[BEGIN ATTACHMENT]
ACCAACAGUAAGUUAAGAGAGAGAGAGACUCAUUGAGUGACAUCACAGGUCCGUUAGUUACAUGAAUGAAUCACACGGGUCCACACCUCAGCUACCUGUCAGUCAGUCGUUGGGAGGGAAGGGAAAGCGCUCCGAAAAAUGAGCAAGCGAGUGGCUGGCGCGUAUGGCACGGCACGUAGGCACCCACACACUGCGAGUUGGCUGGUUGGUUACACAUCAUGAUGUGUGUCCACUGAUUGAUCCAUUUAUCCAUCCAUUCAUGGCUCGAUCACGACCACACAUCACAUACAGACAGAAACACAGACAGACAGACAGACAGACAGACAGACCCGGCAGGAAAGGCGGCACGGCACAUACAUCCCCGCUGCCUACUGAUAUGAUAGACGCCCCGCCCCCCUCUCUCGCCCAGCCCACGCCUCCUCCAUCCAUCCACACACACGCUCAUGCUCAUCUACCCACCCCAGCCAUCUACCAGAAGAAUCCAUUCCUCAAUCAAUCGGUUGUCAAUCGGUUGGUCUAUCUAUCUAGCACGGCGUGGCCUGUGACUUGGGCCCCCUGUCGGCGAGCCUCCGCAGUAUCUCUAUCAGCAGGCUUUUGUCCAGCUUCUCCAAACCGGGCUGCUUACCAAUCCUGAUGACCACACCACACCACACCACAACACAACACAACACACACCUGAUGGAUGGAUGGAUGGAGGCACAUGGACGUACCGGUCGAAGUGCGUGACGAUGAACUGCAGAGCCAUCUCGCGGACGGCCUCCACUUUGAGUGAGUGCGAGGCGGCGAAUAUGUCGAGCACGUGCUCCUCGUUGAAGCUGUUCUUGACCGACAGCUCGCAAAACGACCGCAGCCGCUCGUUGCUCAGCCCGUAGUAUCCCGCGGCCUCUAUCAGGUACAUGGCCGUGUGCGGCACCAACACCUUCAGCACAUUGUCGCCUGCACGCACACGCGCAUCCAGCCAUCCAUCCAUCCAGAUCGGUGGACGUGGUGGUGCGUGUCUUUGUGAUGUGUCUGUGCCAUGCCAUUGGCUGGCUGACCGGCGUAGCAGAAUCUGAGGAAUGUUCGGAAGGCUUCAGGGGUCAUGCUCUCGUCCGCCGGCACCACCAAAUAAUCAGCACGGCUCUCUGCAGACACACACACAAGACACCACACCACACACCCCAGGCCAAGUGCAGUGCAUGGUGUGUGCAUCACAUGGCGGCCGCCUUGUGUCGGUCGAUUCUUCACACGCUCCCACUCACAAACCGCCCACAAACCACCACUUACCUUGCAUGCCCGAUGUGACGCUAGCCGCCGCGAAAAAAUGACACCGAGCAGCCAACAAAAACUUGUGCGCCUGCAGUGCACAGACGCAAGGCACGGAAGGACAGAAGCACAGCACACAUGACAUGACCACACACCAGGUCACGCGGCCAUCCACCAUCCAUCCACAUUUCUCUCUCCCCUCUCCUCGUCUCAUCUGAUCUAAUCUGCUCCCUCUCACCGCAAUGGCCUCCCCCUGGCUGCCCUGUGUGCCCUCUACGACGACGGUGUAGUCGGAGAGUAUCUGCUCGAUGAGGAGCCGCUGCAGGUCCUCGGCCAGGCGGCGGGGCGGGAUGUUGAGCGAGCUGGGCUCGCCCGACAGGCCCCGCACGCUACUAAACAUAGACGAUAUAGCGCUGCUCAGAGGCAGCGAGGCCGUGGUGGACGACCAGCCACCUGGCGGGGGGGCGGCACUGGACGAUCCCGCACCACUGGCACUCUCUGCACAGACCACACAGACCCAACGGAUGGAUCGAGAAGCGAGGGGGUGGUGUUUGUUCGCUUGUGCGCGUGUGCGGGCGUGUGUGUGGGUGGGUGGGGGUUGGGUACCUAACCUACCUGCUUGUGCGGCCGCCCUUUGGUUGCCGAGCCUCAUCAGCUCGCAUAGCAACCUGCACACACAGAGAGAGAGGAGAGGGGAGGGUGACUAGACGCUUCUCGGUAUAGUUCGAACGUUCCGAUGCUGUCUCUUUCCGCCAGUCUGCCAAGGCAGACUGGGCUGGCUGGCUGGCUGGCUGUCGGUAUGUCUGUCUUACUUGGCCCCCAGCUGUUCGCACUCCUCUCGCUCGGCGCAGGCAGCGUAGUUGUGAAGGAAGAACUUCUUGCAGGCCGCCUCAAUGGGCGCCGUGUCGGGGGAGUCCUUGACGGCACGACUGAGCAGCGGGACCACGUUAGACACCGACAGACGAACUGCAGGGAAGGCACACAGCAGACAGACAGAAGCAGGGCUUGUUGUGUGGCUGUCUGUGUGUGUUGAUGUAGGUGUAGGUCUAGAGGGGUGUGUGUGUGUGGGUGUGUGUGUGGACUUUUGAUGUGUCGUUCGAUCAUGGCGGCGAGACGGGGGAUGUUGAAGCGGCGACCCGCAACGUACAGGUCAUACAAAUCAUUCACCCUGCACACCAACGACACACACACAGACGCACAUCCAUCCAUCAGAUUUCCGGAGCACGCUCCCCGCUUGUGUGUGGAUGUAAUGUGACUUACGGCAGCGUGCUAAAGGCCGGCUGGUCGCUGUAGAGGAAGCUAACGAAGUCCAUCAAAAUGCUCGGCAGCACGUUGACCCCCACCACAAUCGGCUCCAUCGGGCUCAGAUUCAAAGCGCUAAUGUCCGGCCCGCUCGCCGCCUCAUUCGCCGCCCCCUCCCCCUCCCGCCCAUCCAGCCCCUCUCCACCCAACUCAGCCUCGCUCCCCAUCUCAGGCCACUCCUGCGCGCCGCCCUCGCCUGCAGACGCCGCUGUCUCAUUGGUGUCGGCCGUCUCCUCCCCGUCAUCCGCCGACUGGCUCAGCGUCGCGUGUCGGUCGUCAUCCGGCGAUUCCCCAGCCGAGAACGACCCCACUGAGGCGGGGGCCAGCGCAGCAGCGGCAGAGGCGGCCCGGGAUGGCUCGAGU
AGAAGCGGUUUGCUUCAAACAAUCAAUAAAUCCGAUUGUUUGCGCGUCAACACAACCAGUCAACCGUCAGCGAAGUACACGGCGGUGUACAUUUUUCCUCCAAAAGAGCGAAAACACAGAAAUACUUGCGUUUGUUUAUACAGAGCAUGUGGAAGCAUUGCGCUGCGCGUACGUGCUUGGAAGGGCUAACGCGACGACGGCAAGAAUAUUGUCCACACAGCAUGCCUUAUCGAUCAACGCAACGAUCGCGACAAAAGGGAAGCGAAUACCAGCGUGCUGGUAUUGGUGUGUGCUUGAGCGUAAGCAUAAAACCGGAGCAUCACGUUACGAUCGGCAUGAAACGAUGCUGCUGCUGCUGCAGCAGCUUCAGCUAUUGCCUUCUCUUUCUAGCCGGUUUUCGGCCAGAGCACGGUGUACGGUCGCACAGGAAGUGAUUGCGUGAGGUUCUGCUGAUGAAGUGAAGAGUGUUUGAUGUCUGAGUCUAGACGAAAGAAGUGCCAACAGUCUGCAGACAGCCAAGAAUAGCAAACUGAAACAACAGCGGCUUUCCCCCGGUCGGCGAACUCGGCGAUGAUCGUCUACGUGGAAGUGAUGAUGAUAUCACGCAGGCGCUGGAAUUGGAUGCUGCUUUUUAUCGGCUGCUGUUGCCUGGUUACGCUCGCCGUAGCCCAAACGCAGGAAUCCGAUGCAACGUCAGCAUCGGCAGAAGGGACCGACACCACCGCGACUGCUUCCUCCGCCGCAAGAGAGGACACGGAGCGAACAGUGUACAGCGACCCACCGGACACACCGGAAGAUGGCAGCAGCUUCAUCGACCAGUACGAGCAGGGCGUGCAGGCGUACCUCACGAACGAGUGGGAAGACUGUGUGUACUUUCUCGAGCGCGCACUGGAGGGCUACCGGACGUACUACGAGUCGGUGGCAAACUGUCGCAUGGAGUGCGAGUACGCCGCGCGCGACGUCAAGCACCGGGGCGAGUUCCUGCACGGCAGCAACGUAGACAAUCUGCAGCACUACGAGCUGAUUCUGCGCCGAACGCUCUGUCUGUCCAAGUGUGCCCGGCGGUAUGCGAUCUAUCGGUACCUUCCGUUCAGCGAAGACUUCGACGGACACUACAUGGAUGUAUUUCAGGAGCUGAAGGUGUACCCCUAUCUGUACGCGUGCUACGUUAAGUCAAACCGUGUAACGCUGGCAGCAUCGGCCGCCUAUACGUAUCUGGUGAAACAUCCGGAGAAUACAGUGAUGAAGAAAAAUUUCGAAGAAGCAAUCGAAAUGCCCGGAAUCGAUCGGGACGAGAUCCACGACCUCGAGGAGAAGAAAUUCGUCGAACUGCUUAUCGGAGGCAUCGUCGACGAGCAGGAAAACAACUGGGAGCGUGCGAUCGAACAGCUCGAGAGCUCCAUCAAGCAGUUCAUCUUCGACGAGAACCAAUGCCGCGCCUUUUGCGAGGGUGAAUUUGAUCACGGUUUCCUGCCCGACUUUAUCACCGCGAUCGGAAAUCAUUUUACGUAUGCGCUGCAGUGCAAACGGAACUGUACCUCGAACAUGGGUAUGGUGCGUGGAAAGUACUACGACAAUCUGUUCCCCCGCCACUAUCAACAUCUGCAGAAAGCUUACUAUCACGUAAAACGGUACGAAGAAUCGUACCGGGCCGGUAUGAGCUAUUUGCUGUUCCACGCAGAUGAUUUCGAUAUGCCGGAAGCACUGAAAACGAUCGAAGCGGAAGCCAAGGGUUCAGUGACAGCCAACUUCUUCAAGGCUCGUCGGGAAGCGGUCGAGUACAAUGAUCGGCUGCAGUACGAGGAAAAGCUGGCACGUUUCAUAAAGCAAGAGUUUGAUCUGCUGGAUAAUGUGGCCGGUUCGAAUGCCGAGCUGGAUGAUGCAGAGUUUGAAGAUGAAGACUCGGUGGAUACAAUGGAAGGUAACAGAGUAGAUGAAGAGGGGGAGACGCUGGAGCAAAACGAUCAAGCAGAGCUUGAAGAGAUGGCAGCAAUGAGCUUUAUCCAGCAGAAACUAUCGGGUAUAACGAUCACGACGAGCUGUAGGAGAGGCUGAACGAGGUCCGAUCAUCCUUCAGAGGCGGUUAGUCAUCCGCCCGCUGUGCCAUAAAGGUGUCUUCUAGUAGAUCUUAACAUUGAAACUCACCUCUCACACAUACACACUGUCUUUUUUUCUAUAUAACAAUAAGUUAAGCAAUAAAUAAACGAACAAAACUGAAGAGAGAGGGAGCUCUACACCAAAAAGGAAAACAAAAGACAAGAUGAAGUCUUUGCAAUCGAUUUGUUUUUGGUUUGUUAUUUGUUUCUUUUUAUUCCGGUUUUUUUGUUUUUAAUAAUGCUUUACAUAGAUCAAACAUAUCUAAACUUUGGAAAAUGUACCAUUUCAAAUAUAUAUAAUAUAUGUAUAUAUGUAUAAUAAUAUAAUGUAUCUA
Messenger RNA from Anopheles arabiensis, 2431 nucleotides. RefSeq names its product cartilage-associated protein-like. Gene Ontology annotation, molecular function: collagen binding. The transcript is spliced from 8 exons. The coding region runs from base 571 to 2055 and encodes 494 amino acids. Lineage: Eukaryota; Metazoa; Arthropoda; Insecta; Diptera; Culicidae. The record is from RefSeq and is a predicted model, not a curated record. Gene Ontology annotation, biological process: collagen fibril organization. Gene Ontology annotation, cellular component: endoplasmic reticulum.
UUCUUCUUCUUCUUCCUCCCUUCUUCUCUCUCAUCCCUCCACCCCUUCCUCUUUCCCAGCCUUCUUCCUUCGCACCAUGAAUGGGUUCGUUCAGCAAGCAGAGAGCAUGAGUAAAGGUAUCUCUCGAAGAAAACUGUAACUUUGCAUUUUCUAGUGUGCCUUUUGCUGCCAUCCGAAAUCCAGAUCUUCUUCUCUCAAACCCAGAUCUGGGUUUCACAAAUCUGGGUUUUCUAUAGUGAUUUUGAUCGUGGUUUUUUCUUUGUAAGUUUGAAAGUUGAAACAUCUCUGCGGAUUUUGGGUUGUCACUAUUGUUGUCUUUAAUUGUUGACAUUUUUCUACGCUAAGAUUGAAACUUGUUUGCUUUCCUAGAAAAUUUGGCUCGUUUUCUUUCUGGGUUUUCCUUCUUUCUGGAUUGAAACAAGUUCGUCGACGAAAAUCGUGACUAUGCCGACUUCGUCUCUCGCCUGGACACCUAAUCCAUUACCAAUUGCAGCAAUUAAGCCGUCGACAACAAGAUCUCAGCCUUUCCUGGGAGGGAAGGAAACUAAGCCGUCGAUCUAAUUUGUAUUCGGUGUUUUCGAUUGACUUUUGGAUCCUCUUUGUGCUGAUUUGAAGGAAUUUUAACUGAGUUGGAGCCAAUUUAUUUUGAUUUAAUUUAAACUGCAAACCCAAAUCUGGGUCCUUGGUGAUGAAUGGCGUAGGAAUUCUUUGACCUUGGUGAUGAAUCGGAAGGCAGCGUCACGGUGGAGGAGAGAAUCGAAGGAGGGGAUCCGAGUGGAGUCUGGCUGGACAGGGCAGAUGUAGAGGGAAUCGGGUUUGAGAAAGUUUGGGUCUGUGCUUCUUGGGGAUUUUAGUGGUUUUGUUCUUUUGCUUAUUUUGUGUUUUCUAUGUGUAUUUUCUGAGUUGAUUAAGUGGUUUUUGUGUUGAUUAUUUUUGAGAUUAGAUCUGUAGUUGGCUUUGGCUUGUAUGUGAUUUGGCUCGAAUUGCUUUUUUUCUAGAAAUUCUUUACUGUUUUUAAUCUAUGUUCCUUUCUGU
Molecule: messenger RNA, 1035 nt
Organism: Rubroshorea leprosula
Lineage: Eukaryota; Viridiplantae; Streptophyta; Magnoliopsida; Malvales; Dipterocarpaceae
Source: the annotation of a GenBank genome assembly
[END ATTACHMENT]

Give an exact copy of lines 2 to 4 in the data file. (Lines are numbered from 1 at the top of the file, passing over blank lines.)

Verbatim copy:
AGAAGCGGUUUGCUUCAAACAAUCAAUAAAUCCGAUUGUUUGCGCGUCAACACAACCAGUCAACCGUCAGCGAAGUACACGGCGGUGUACAUUUUUCCUCCAAAAGAGCGAAAACACAGAAAUACUUGCGUUUGUUUAUACAGAGCAUGUGGAAGCAUUGCGCUGCGCGUACGUGCUUGGAAGGGCUAACGCGACGACGGCAAGAAUAUUGUCCACACAGCAUGCCUUAUCGAUCAACGCAACGAUCGCGACAAAAGGGAAGCGAAUACCAGCGUGCUGGUAUUGGUGUGUGCUUGAGCGUAAGCAUAAAACCGGAGCAUCACGUUACGAUCGGCAUGAAACGAUGCUGCUGCUGCUGCAGCAGCUUCAGCUAUUGCCUUCUCUUUCUAGCCGGUUUUCGGCCAGAGCACGGUGUACGGUCGCACAGGAAGUGAUUGCGUGAGGUUCUGCUGAUGAAGUGAAGAGUGUUUGAUGUCUGAGUCUAGACGAAAGAAGUGCCAACAGUCUGCAGACAGCCAAGAAUAGCAAACUGAAACAACAGCGGCUUUCCCCCGGUCGGCGAACUCGGCGAUGAUCGUCUACGUGGAAGUGAUGAUGAUAUCACGCAGGCGCUGGAAUUGGAUGCUGCUUUUUAUCGGCUGCUGUUGCCUGGUUACGCUCGCCGUAGCCCAAACGCAGGAAUCCGAUGCAACGUCAGCAUCGGCAGAAGGGACCGACACCACCGCGACUGCUUCCUCCGCCGCAAGAGAGGACACGGAGCGAACAGUGUACAGCGACCCACCGGACACACCGGAAGAUGGCAGCAGCUUCAUCGACCAGUACGAGCAGGGCGUGCAGGCGUACCUCACGAACGAGUGGGAAGACUGUGUGUACUUUCUCGAGCGCGCACUGGAGGGCUACCGGACGUACUACGAGUCGGUGGCAAACUGUCGCAUGGAGUGCGAGUACGCCGCGCGCGACGUCAAGCACCGGGGCGAGUUCCUGCACGGCAGCAACGUAGACAAUCUGCAGCACUACGAGCUGAUUCUGCGCCGAACGCUCUGUCUGUCCAAGUGUGCCCGGCGGUAUGCGAUCUAUCGGUACCUUCCGUUCAGCGAAGACUUCGACGGACACUACAUGGAUGUAUUUCAGGAGCUGAAGGUGUACCCCUAUCUGUACGCGUGCUACGUUAAGUCAAACCGUGUAACGCUGGCAGCAUCGGCCGCCUAUACGUAUCUGGUGAAACAUCCGGAGAAUACAGUGAUGAAGAAAAAUUUCGAAGAAGCAAUCGAAAUGCCCGGAAUCGAUCGGGACGAGAUCCACGACCUCGAGGAGAAGAAAUUCGUCGAACUGCUUAUCGGAGGCAUCGUCGACGAGCAGGAAAACAACUGGGAGCGUGCGAUCGAACAGCUCGAGAGCUCCAUCAAGCAGUUCAUCUUCGACGAGAACCAAUGCCGCGCCUUUUGCGAGGGUGAAUUUGAUCACGGUUUCCUGCCCGACUUUAUCACCGCGAUCGGAAAUCAUUUUACGUAUGCGCUGCAGUGCAAACGGAACUGUACCUCGAACAUGGGUAUGGUGCGUGGAAAGUACUACGACAAUCUGUUCCCCCGCCACUAUCAACAUCUGCAGAAAGCUUACUAUCACGUAAAACGGUACGAAGAAUCGUACCGGGCCGGUAUGAGCUAUUUGCUGUUCCACGCAGAUGAUUUCGAUAUGCCGGAAGCACUGAAAACGAUCGAAGCGGAAGCCAAGGGUUCAGUGACAGCCAACUUCUUCAAGGCUCGUCGGGAAGCGGUCGAGUACAAUGAUCGGCUGCAGUACGAGGAAAAGCUGGCACGUUUCAUAAAGCAAGAGUUUGAUCUGCUGGAUAAUGUGGCCGGUUCGAAUGCCGAGCUGGAUGAUGCAGAGUUUGAAGAUGAAGACUCGGUGGAUACAAUGGAAGGUAACAGAGUAGAUGAAGAGGGGGAGACGCUGGAGCAAAACGAUCAAGCAGAGCUUGAAGAGAUGGCAGCAAUGAGCUUUAUCCAGCAGAAACUAUCGGGUAUAACGAUCACGACGAGCUGUAGGAGAGGCUGAACGAGGUCCGAUCAUCCUUCAGAGGCGGUUAGUCAUCCGCCCGCUGUGCCAUAAAGGUGUCUUCUAGUAGAUCUUAACAUUGAAACUCACCUCUCACACAUACACACUGUCUUUUUUUCUAUAUAACAAUAAGUUAAGCAAUAAAUAAACGAACAAAACUGAAGAGAGAGGGAGCUCUACACCAAAAAGGAAAACAAAAGACAAGAUGAAGUCUUUGCAAUCGAUUUGUUUUUGGUUUGUUAUUUGUUUCUUUUUAUUCCGGUUUUUUUGUUUUUAAUAAUGCUUUACAUAGAUCAAACAUAUCUAAACUUUGGAAAAUGUACCAUUUCAAAUAUAUAUAAUAUAUGUAUAUAUGUAUAAUAAUAUAAUGUAUCUA
Messenger RNA from Anopheles arabiensis, 2431 nucleotides. RefSeq names its product cartilage-associated protein-like. Gene Ontology annotation, molecular function: collagen binding. The transcript is spliced from 8 exons. The coding region runs from base 571 to 2055 and encodes 494 amino acids. Lineage: Eukaryota; Metazoa; Arthropoda; Insecta; Diptera; Culicidae. The record is from RefSeq and is a predicted model, not a curated record. Gene Ontology annotation, biological process: collagen fibril organization. Gene Ontology annotation, cellular component: endoplasmic reticulum.
UUCUUCUUCUUCUUCCUCCCUUCUUCUCUCUCAUCCCUCCACCCCUUCCUCUUUCCCAGCCUUCUUCCUUCGCACCAUGAAUGGGUUCGUUCAGCAAGCAGAGAGCAUGAGUAAAGGUAUCUCUCGAAGAAAACUGUAACUUUGCAUUUUCUAGUGUGCCUUUUGCUGCCAUCCGAAAUCCAGAUCUUCUUCUCUCAAACCCAGAUCUGGGUUUCACAAAUCUGGGUUUUCUAUAGUGAUUUUGAUCGUGGUUUUUUCUUUGUAAGUUUGAAAGUUGAAACAUCUCUGCGGAUUUUGGGUUGUCACUAUUGUUGUCUUUAAUUGUUGACAUUUUUCUACGCUAAGAUUGAAACUUGUUUGCUUUCCUAGAAAAUUUGGCUCGUUUUCUUUCUGGGUUUUCCUUCUUUCUGGAUUGAAACAAGUUCGUCGACGAAAAUCGUGACUAUGCCGACUUCGUCUCUCGCCUGGACACCUAAUCCAUUACCAAUUGCAGCAAUUAAGCCGUCGACAACAAGAUCUCAGCCUUUCCUGGGAGGGAAGGAAACUAAGCCGUCGAUCUAAUUUGUAUUCGGUGUUUUCGAUUGACUUUUGGAUCCUCUUUGUGCUGAUUUGAAGGAAUUUUAACUGAGUUGGAGCCAAUUUAUUUUGAUUUAAUUUAAACUGCAAACCCAAAUCUGGGUCCUUGGUGAUGAAUGGCGUAGGAAUUCUUUGACCUUGGUGAUGAAUCGGAAGGCAGCGUCACGGUGGAGGAGAGAAUCGAAGGAGGGGAUCCGAGUGGAGUCUGGCUGGACAGGGCAGAUGUAGAGGGAAUCGGGUUUGAGAAAGUUUGGGUCUGUGCUUCUUGGGGAUUUUAGUGGUUUUGUUCUUUUGCUUAUUUUGUGUUUUCUAUGUGUAUUUUCUGAGUUGAUUAAGUGGUUUUUGUGUUGAUUAUUUUUGAGAUUAGAUCUGUAGUUGGCUUUGGCUUGUAUGUGAUUUGGCUCGAAUUGCUUUUUUUCUAGAAAUUCUUUACUGUUUUUAAUCUAUGUUCCUUUCUGU